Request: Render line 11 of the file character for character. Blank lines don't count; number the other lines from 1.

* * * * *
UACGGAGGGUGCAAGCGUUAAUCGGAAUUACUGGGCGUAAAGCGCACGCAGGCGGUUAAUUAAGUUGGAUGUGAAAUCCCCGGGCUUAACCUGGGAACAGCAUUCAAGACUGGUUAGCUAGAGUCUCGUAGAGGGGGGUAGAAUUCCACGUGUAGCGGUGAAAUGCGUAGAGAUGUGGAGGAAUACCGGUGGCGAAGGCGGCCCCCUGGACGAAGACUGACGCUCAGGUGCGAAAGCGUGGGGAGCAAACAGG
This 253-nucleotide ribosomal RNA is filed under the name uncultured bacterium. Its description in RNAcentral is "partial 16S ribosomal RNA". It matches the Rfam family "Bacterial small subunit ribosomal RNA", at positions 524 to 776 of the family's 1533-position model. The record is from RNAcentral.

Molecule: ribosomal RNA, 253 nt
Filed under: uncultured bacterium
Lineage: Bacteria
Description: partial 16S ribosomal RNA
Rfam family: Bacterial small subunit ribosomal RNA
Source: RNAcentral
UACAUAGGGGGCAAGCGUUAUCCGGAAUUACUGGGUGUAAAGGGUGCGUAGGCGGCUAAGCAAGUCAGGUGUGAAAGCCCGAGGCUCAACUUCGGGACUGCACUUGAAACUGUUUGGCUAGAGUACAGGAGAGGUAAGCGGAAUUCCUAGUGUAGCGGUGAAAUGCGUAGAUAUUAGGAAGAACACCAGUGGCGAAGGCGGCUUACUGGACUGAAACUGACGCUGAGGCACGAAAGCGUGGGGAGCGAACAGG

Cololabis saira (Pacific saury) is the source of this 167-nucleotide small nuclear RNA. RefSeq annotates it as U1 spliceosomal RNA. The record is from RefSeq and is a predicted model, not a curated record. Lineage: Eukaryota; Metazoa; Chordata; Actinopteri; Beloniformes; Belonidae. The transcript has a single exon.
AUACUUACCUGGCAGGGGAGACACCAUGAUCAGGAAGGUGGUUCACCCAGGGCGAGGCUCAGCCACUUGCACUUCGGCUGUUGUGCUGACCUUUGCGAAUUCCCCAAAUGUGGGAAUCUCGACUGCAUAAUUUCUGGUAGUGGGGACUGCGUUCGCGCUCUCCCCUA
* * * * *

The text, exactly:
AUACUUACCUGGCAGGGGAGACACCAUGAUCAGGAAGGUGGUUCACCCAGGGCGAGGCUCAGCCACUUGCACUUCGGCUGUUGUGCUGACCUUUGCGAAUUCCCCAAAUGUGGGAAUCUCGACUGCAUAAUUUCUGGUAGUGGGGACUGCGUUCGCGCUCUCCCCUA